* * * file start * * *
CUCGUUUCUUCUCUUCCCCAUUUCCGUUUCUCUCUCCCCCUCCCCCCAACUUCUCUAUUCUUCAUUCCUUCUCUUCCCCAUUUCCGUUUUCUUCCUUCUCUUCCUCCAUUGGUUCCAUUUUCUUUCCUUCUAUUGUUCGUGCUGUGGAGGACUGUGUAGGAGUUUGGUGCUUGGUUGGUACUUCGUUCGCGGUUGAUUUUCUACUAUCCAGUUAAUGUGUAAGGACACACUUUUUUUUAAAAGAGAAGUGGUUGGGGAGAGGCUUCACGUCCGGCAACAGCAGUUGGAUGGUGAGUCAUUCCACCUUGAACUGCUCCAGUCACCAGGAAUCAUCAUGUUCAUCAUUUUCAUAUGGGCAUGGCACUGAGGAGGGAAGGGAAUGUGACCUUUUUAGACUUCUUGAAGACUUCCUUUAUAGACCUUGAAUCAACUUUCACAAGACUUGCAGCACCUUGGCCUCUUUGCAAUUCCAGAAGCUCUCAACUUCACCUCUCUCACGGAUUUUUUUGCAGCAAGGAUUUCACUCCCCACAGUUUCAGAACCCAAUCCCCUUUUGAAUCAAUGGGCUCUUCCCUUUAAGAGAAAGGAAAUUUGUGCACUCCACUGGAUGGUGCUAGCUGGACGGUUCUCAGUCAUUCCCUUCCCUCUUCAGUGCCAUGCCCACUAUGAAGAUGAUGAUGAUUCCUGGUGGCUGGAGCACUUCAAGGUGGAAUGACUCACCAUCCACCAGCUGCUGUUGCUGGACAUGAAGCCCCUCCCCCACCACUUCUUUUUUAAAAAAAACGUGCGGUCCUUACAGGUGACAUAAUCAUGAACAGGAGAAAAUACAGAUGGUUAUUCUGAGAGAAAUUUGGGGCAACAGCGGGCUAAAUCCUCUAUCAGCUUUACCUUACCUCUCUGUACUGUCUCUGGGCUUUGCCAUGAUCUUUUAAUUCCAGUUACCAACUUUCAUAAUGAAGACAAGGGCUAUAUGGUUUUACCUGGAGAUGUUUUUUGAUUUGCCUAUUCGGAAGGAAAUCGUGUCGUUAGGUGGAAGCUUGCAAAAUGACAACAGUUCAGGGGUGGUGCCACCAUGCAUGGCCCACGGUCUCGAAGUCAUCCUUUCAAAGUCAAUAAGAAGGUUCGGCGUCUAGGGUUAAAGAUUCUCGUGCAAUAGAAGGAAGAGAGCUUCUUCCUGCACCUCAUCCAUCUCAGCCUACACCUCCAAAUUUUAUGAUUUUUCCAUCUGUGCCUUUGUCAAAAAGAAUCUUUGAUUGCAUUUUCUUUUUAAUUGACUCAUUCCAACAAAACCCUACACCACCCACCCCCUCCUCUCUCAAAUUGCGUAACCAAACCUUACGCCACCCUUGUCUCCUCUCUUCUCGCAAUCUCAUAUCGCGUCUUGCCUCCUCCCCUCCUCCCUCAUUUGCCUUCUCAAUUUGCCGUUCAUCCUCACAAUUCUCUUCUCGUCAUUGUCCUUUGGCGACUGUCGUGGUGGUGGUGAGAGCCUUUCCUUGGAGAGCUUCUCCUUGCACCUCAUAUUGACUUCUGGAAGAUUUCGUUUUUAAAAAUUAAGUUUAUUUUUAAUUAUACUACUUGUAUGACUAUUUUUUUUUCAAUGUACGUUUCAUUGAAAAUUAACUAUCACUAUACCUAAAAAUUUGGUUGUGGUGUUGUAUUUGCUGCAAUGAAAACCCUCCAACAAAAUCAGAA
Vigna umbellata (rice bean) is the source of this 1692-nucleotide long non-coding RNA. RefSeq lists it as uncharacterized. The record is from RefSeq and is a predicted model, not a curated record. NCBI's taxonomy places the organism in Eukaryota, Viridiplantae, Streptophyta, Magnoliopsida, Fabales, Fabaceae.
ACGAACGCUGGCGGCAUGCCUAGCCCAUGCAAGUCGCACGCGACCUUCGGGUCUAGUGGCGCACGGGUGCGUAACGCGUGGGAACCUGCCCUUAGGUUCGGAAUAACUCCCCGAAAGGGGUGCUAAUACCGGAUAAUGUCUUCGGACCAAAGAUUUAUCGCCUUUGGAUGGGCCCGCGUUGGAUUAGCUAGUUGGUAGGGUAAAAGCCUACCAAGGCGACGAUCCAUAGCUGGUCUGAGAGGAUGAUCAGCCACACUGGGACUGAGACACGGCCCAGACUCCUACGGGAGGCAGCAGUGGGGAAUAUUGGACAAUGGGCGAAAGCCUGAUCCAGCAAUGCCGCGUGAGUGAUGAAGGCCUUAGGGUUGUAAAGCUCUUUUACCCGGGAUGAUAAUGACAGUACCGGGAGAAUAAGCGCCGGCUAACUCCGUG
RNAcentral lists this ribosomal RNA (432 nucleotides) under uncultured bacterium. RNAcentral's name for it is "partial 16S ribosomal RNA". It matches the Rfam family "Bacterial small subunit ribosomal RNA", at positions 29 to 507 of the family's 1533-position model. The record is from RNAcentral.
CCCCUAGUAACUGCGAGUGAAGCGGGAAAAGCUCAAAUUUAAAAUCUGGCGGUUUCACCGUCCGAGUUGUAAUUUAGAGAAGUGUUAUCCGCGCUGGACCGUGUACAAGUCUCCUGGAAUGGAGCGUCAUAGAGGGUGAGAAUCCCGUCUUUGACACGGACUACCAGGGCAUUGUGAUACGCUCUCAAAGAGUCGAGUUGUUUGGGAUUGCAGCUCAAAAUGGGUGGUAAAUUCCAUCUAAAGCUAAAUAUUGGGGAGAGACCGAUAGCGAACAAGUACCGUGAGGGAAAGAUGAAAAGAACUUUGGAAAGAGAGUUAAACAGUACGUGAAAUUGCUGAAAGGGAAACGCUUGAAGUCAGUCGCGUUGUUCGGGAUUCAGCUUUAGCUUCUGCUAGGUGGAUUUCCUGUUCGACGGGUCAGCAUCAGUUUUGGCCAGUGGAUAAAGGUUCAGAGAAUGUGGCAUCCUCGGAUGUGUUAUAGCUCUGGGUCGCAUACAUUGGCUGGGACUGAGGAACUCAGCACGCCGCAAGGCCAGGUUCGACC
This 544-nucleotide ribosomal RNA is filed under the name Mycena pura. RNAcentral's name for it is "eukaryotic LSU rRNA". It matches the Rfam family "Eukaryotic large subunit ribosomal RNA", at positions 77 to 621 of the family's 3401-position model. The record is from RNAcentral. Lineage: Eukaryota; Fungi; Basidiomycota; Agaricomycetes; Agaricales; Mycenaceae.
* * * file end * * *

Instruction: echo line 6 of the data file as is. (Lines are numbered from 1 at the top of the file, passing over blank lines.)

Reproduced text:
This 544-nucleotide ribosomal RNA is filed under the name Mycena pura. RNAcentral's name for it is "eukaryotic LSU rRNA". It matches the Rfam family "Eukaryotic large subunit ribosomal RNA", at positions 77 to 621 of the family's 3401-position model. The record is from RNAcentral. Lineage: Eukaryota; Fungi; Basidiomycota; Agaricomycetes; Agaricales; Mycenaceae.